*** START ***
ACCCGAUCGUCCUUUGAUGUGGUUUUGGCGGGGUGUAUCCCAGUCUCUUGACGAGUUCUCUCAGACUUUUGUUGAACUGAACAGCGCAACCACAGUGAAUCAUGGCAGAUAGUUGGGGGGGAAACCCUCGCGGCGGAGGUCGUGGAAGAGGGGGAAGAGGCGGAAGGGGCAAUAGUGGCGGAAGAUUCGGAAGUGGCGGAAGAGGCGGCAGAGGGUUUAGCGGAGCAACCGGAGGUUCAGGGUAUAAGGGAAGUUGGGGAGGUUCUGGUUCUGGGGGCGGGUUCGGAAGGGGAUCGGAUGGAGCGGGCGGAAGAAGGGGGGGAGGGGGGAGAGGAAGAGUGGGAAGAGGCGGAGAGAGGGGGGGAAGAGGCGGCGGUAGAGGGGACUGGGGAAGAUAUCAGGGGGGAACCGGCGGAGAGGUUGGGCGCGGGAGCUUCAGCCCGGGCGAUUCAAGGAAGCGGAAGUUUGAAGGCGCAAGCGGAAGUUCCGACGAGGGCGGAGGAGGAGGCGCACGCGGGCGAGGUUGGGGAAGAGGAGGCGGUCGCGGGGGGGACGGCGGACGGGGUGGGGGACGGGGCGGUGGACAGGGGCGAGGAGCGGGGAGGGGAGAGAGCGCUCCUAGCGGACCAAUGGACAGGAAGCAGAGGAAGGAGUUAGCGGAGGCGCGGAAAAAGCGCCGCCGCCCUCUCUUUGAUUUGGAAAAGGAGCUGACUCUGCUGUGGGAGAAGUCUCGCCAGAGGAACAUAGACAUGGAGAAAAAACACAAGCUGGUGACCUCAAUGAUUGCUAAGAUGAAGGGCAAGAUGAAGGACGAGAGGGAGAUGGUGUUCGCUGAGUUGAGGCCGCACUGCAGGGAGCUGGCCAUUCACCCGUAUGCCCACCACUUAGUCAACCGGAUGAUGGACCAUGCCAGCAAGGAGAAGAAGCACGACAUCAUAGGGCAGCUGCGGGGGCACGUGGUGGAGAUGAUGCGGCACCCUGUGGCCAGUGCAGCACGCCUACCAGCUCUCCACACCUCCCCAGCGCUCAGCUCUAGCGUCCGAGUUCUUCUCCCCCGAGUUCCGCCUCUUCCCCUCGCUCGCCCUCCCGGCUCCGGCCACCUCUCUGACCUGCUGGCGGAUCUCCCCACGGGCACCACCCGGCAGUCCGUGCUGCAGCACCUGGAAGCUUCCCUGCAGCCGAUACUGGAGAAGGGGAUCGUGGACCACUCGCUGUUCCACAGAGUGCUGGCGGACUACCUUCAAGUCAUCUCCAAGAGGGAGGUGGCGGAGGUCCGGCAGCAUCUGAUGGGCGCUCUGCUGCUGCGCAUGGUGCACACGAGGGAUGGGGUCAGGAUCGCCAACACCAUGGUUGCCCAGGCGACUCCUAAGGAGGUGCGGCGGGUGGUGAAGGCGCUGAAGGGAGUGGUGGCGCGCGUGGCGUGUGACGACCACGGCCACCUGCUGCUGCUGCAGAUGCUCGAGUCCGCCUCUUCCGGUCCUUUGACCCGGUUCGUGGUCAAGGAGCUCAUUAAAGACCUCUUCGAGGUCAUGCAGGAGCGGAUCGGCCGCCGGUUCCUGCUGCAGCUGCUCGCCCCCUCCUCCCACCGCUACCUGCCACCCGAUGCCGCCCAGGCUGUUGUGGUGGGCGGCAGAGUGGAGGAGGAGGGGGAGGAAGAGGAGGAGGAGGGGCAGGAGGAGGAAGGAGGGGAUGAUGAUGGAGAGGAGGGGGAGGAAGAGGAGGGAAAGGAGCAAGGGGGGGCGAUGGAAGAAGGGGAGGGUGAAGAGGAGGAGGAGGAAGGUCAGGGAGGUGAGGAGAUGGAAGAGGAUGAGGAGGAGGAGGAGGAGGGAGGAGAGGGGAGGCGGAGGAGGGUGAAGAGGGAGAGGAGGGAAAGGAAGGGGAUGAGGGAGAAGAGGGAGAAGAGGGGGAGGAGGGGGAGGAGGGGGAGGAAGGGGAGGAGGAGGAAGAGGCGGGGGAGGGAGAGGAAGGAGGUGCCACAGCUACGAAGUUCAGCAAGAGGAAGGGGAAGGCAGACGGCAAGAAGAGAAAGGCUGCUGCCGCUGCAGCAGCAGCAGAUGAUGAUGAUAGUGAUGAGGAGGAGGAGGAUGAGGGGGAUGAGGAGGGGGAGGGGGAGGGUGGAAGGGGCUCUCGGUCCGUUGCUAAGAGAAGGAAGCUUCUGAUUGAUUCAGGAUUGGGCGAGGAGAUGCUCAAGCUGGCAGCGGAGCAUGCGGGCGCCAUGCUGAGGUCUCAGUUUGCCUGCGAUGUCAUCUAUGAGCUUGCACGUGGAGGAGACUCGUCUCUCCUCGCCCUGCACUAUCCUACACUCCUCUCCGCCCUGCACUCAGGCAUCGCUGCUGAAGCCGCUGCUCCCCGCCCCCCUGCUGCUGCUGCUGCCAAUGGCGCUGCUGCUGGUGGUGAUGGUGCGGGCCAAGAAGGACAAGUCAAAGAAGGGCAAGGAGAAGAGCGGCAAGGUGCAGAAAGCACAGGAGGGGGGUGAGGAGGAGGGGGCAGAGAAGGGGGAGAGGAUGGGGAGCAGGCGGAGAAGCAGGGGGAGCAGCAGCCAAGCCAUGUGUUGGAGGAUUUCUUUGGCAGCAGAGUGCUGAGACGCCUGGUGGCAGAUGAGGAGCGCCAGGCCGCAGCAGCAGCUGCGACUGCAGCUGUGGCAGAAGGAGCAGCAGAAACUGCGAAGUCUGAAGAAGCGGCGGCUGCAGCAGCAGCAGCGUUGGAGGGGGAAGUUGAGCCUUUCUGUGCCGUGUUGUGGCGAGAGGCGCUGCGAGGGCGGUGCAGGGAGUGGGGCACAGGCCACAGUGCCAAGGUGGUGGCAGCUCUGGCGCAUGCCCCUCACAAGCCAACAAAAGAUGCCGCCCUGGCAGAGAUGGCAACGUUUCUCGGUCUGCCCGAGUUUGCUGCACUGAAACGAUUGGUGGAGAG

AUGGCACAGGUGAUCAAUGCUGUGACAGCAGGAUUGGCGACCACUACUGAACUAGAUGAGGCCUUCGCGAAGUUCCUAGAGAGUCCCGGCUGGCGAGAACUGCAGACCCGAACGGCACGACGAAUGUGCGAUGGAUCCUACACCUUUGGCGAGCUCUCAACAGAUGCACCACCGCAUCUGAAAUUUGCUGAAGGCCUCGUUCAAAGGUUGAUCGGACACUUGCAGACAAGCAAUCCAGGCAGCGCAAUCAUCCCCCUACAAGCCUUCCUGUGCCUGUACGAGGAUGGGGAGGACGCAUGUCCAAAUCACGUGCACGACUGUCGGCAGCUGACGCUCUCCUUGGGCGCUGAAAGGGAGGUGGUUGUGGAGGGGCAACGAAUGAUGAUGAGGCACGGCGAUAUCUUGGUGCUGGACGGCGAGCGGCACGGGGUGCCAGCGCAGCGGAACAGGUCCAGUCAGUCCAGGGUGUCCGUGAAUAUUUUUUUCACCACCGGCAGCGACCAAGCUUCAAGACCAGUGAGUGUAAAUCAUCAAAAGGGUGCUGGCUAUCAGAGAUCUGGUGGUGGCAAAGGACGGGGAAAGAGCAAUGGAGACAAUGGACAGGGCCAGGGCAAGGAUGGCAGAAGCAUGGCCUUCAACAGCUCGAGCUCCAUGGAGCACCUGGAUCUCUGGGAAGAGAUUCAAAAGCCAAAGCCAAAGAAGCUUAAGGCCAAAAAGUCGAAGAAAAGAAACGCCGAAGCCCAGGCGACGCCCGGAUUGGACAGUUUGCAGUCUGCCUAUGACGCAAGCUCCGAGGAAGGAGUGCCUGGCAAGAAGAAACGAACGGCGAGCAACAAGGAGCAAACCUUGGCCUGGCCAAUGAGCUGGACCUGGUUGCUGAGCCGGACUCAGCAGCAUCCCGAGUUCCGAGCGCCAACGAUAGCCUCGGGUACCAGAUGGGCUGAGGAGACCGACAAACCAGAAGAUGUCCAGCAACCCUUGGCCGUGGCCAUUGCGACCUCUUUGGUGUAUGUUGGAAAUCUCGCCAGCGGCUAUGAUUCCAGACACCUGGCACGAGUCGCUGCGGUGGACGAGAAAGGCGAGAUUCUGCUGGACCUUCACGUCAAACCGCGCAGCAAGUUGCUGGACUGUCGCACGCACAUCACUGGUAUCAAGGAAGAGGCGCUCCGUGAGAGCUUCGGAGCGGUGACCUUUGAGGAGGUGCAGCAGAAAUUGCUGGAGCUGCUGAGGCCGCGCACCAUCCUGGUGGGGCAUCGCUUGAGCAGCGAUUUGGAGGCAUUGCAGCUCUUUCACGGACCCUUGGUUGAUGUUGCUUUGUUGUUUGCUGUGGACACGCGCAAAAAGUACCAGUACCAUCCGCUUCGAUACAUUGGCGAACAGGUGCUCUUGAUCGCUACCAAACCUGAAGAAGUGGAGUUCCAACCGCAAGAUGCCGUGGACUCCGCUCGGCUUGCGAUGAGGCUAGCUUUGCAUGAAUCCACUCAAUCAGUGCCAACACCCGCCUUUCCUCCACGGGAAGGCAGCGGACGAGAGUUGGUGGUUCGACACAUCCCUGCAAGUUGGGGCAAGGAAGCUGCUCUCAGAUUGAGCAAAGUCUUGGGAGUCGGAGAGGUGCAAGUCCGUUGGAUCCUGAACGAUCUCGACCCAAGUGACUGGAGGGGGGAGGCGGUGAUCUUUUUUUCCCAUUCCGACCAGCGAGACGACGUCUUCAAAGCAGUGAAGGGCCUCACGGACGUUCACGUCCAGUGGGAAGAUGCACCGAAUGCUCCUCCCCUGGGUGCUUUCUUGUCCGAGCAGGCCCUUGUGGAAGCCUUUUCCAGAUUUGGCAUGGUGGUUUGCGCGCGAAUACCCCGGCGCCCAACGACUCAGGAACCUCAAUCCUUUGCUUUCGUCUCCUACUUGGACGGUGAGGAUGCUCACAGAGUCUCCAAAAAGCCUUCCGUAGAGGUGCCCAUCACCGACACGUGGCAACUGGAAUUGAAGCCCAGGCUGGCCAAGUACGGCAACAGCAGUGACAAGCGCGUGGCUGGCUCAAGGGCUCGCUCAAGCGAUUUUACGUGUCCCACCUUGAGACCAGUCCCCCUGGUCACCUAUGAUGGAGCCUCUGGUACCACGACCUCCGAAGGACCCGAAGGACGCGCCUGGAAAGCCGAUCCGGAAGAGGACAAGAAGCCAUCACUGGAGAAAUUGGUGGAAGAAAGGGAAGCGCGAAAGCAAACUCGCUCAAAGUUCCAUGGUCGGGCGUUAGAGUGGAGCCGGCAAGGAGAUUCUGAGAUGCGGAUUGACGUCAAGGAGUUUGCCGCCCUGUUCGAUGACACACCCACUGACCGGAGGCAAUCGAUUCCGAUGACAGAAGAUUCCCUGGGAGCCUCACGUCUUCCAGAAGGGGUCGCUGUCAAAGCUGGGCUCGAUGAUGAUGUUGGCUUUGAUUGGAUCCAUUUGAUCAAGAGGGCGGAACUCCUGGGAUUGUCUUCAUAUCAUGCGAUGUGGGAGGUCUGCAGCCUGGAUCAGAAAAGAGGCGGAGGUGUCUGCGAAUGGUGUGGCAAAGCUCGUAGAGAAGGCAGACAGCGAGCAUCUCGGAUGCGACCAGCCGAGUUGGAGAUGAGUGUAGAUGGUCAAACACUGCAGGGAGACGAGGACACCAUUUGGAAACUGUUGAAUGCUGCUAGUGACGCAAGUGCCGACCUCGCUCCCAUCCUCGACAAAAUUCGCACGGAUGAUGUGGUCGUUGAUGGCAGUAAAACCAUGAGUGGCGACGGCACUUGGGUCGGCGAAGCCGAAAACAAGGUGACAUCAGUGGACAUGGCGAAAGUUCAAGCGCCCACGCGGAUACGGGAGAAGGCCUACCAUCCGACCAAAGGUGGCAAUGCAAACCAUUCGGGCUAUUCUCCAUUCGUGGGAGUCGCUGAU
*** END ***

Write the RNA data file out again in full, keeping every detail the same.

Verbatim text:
ACCCGAUCGUCCUUUGAUGUGGUUUUGGCGGGGUGUAUCCCAGUCUCUUGACGAGUUCUCUCAGACUUUUGUUGAACUGAACAGCGCAACCACAGUGAAUCAUGGCAGAUAGUUGGGGGGGAAACCCUCGCGGCGGAGGUCGUGGAAGAGGGGGAAGAGGCGGAAGGGGCAAUAGUGGCGGAAGAUUCGGAAGUGGCGGAAGAGGCGGCAGAGGGUUUAGCGGAGCAACCGGAGGUUCAGGGUAUAAGGGAAGUUGGGGAGGUUCUGGUUCUGGGGGCGGGUUCGGAAGGGGAUCGGAUGGAGCGGGCGGAAGAAGGGGGGGAGGGGGGAGAGGAAGAGUGGGAAGAGGCGGAGAGAGGGGGGGAAGAGGCGGCGGUAGAGGGGACUGGGGAAGAUAUCAGGGGGGAACCGGCGGAGAGGUUGGGCGCGGGAGCUUCAGCCCGGGCGAUUCAAGGAAGCGGAAGUUUGAAGGCGCAAGCGGAAGUUCCGACGAGGGCGGAGGAGGAGGCGCACGCGGGCGAGGUUGGGGAAGAGGAGGCGGUCGCGGGGGGGACGGCGGACGGGGUGGGGGACGGGGCGGUGGACAGGGGCGAGGAGCGGGGAGGGGAGAGAGCGCUCCUAGCGGACCAAUGGACAGGAAGCAGAGGAAGGAGUUAGCGGAGGCGCGGAAAAAGCGCCGCCGCCCUCUCUUUGAUUUGGAAAAGGAGCUGACUCUGCUGUGGGAGAAGUCUCGCCAGAGGAACAUAGACAUGGAGAAAAAACACAAGCUGGUGACCUCAAUGAUUGCUAAGAUGAAGGGCAAGAUGAAGGACGAGAGGGAGAUGGUGUUCGCUGAGUUGAGGCCGCACUGCAGGGAGCUGGCCAUUCACCCGUAUGCCCACCACUUAGUCAACCGGAUGAUGGACCAUGCCAGCAAGGAGAAGAAGCACGACAUCAUAGGGCAGCUGCGGGGGCACGUGGUGGAGAUGAUGCGGCACCCUGUGGCCAGUGCAGCACGCCUACCAGCUCUCCACACCUCCCCAGCGCUCAGCUCUAGCGUCCGAGUUCUUCUCCCCCGAGUUCCGCCUCUUCCCCUCGCUCGCCCUCCCGGCUCCGGCCACCUCUCUGACCUGCUGGCGGAUCUCCCCACGGGCACCACCCGGCAGUCCGUGCUGCAGCACCUGGAAGCUUCCCUGCAGCCGAUACUGGAGAAGGGGAUCGUGGACCACUCGCUGUUCCACAGAGUGCUGGCGGACUACCUUCAAGUCAUCUCCAAGAGGGAGGUGGCGGAGGUCCGGCAGCAUCUGAUGGGCGCUCUGCUGCUGCGCAUGGUGCACACGAGGGAUGGGGUCAGGAUCGCCAACACCAUGGUUGCCCAGGCGACUCCUAAGGAGGUGCGGCGGGUGGUGAAGGCGCUGAAGGGAGUGGUGGCGCGCGUGGCGUGUGACGACCACGGCCACCUGCUGCUGCUGCAGAUGCUCGAGUCCGCCUCUUCCGGUCCUUUGACCCGGUUCGUGGUCAAGGAGCUCAUUAAAGACCUCUUCGAGGUCAUGCAGGAGCGGAUCGGCCGCCGGUUCCUGCUGCAGCUGCUCGCCCCCUCCUCCCACCGCUACCUGCCACCCGAUGCCGCCCAGGCUGUUGUGGUGGGCGGCAGAGUGGAGGAGGAGGGGGAGGAAGAGGAGGAGGAGGGGCAGGAGGAGGAAGGAGGGGAUGAUGAUGGAGAGGAGGGGGAGGAAGAGGAGGGAAAGGAGCAAGGGGGGGCGAUGGAAGAAGGGGAGGGUGAAGAGGAGGAGGAGGAAGGUCAGGGAGGUGAGGAGAUGGAAGAGGAUGAGGAGGAGGAGGAGGAGGGAGGAGAGGGGAGGCGGAGGAGGGUGAAGAGGGAGAGGAGGGAAAGGAAGGGGAUGAGGGAGAAGAGGGAGAAGAGGGGGAGGAGGGGGAGGAGGGGGAGGAAGGGGAGGAGGAGGAAGAGGCGGGGGAGGGAGAGGAAGGAGGUGCCACAGCUACGAAGUUCAGCAAGAGGAAGGGGAAGGCAGACGGCAAGAAGAGAAAGGCUGCUGCCGCUGCAGCAGCAGCAGAUGAUGAUGAUAGUGAUGAGGAGGAGGAGGAUGAGGGGGAUGAGGAGGGGGAGGGGGAGGGUGGAAGGGGCUCUCGGUCCGUUGCUAAGAGAAGGAAGCUUCUGAUUGAUUCAGGAUUGGGCGAGGAGAUGCUCAAGCUGGCAGCGGAGCAUGCGGGCGCCAUGCUGAGGUCUCAGUUUGCCUGCGAUGUCAUCUAUGAGCUUGCACGUGGAGGAGACUCGUCUCUCCUCGCCCUGCACUAUCCUACACUCCUCUCCGCCCUGCACUCAGGCAUCGCUGCUGAAGCCGCUGCUCCCCGCCCCCCUGCUGCUGCUGCUGCCAAUGGCGCUGCUGCUGGUGGUGAUGGUGCGGGCCAAGAAGGACAAGUCAAAGAAGGGCAAGGAGAAGAGCGGCAAGGUGCAGAAAGCACAGGAGGGGGGUGAGGAGGAGGGGGCAGAGAAGGGGGAGAGGAUGGGGAGCAGGCGGAGAAGCAGGGGGAGCAGCAGCCAAGCCAUGUGUUGGAGGAUUUCUUUGGCAGCAGAGUGCUGAGACGCCUGGUGGCAGAUGAGGAGCGCCAGGCCGCAGCAGCAGCUGCGACUGCAGCUGUGGCAGAAGGAGCAGCAGAAACUGCGAAGUCUGAAGAAGCGGCGGCUGCAGCAGCAGCAGCGUUGGAGGGGGAAGUUGAGCCUUUCUGUGCCGUGUUGUGGCGAGAGGCGCUGCGAGGGCGGUGCAGGGAGUGGGGCACAGGCCACAGUGCCAAGGUGGUGGCAGCUCUGGCGCAUGCCCCUCACAAGCCAACAAAAGAUGCCGCCCUGGCAGAGAUGGCAACGUUUCUCGGUCUGCCCGAGUUUGCUGCACUGAAACGAUUGGUGGAGAG

AUGGCACAGGUGAUCAAUGCUGUGACAGCAGGAUUGGCGACCACUACUGAACUAGAUGAGGCCUUCGCGAAGUUCCUAGAGAGUCCCGGCUGGCGAGAACUGCAGACCCGAACGGCACGACGAAUGUGCGAUGGAUCCUACACCUUUGGCGAGCUCUCAACAGAUGCACCACCGCAUCUGAAAUUUGCUGAAGGCCUCGUUCAAAGGUUGAUCGGACACUUGCAGACAAGCAAUCCAGGCAGCGCAAUCAUCCCCCUACAAGCCUUCCUGUGCCUGUACGAGGAUGGGGAGGACGCAUGUCCAAAUCACGUGCACGACUGUCGGCAGCUGACGCUCUCCUUGGGCGCUGAAAGGGAGGUGGUUGUGGAGGGGCAACGAAUGAUGAUGAGGCACGGCGAUAUCUUGGUGCUGGACGGCGAGCGGCACGGGGUGCCAGCGCAGCGGAACAGGUCCAGUCAGUCCAGGGUGUCCGUGAAUAUUUUUUUCACCACCGGCAGCGACCAAGCUUCAAGACCAGUGAGUGUAAAUCAUCAAAAGGGUGCUGGCUAUCAGAGAUCUGGUGGUGGCAAAGGACGGGGAAAGAGCAAUGGAGACAAUGGACAGGGCCAGGGCAAGGAUGGCAGAAGCAUGGCCUUCAACAGCUCGAGCUCCAUGGAGCACCUGGAUCUCUGGGAAGAGAUUCAAAAGCCAAAGCCAAAGAAGCUUAAGGCCAAAAAGUCGAAGAAAAGAAACGCCGAAGCCCAGGCGACGCCCGGAUUGGACAGUUUGCAGUCUGCCUAUGACGCAAGCUCCGAGGAAGGAGUGCCUGGCAAGAAGAAACGAACGGCGAGCAACAAGGAGCAAACCUUGGCCUGGCCAAUGAGCUGGACCUGGUUGCUGAGCCGGACUCAGCAGCAUCCCGAGUUCCGAGCGCCAACGAUAGCCUCGGGUACCAGAUGGGCUGAGGAGACCGACAAACCAGAAGAUGUCCAGCAACCCUUGGCCGUGGCCAUUGCGACCUCUUUGGUGUAUGUUGGAAAUCUCGCCAGCGGCUAUGAUUCCAGACACCUGGCACGAGUCGCUGCGGUGGACGAGAAAGGCGAGAUUCUGCUGGACCUUCACGUCAAACCGCGCAGCAAGUUGCUGGACUGUCGCACGCACAUCACUGGUAUCAAGGAAGAGGCGCUCCGUGAGAGCUUCGGAGCGGUGACCUUUGAGGAGGUGCAGCAGAAAUUGCUGGAGCUGCUGAGGCCGCGCACCAUCCUGGUGGGGCAUCGCUUGAGCAGCGAUUUGGAGGCAUUGCAGCUCUUUCACGGACCCUUGGUUGAUGUUGCUUUGUUGUUUGCUGUGGACACGCGCAAAAAGUACCAGUACCAUCCGCUUCGAUACAUUGGCGAACAGGUGCUCUUGAUCGCUACCAAACCUGAAGAAGUGGAGUUCCAACCGCAAGAUGCCGUGGACUCCGCUCGGCUUGCGAUGAGGCUAGCUUUGCAUGAAUCCACUCAAUCAGUGCCAACACCCGCCUUUCCUCCACGGGAAGGCAGCGGACGAGAGUUGGUGGUUCGACACAUCCCUGCAAGUUGGGGCAAGGAAGCUGCUCUCAGAUUGAGCAAAGUCUUGGGAGUCGGAGAGGUGCAAGUCCGUUGGAUCCUGAACGAUCUCGACCCAAGUGACUGGAGGGGGGAGGCGGUGAUCUUUUUUUCCCAUUCCGACCAGCGAGACGACGUCUUCAAAGCAGUGAAGGGCCUCACGGACGUUCACGUCCAGUGGGAAGAUGCACCGAAUGCUCCUCCCCUGGGUGCUUUCUUGUCCGAGCAGGCCCUUGUGGAAGCCUUUUCCAGAUUUGGCAUGGUGGUUUGCGCGCGAAUACCCCGGCGCCCAACGACUCAGGAACCUCAAUCCUUUGCUUUCGUCUCCUACUUGGACGGUGAGGAUGCUCACAGAGUCUCCAAAAAGCCUUCCGUAGAGGUGCCCAUCACCGACACGUGGCAACUGGAAUUGAAGCCCAGGCUGGCCAAGUACGGCAACAGCAGUGACAAGCGCGUGGCUGGCUCAAGGGCUCGCUCAAGCGAUUUUACGUGUCCCACCUUGAGACCAGUCCCCCUGGUCACCUAUGAUGGAGCCUCUGGUACCACGACCUCCGAAGGACCCGAAGGACGCGCCUGGAAAGCCGAUCCGGAAGAGGACAAGAAGCCAUCACUGGAGAAAUUGGUGGAAGAAAGGGAAGCGCGAAAGCAAACUCGCUCAAAGUUCCAUGGUCGGGCGUUAGAGUGGAGCCGGCAAGGAGAUUCUGAGAUGCGGAUUGACGUCAAGGAGUUUGCCGCCCUGUUCGAUGACACACCCACUGACCGGAGGCAAUCGAUUCCGAUGACAGAAGAUUCCCUGGGAGCCUCACGUCUUCCAGAAGGGGUCGCUGUCAAAGCUGGGCUCGAUGAUGAUGUUGGCUUUGAUUGGAUCCAUUUGAUCAAGAGGGCGGAACUCCUGGGAUUGUCUUCAUAUCAUGCGAUGUGGGAGGUCUGCAGCCUGGAUCAGAAAAGAGGCGGAGGUGUCUGCGAAUGGUGUGGCAAAGCUCGUAGAGAAGGCAGACAGCGAGCAUCUCGGAUGCGACCAGCCGAGUUGGAGAUGAGUGUAGAUGGUCAAACACUGCAGGGAGACGAGGACACCAUUUGGAAACUGUUGAAUGCUGCUAGUGACGCAAGUGCCGACCUCGCUCCCAUCCUCGACAAAAUUCGCACGGAUGAUGUGGUCGUUGAUGGCAGUAAAACCAUGAGUGGCGACGGCACUUGGGUCGGCGAAGCCGAAAACAAGGUGACAUCAGUGGACAUGGCGAAAGUUCAAGCGCCCACGCGGAUACGGGAGAAGGCCUACCAUCCGACCAAAGGUGGCAAUGCAAACCAUUCGGGCUAUUCUCCAUUCGUGGGAGUCGCUGAU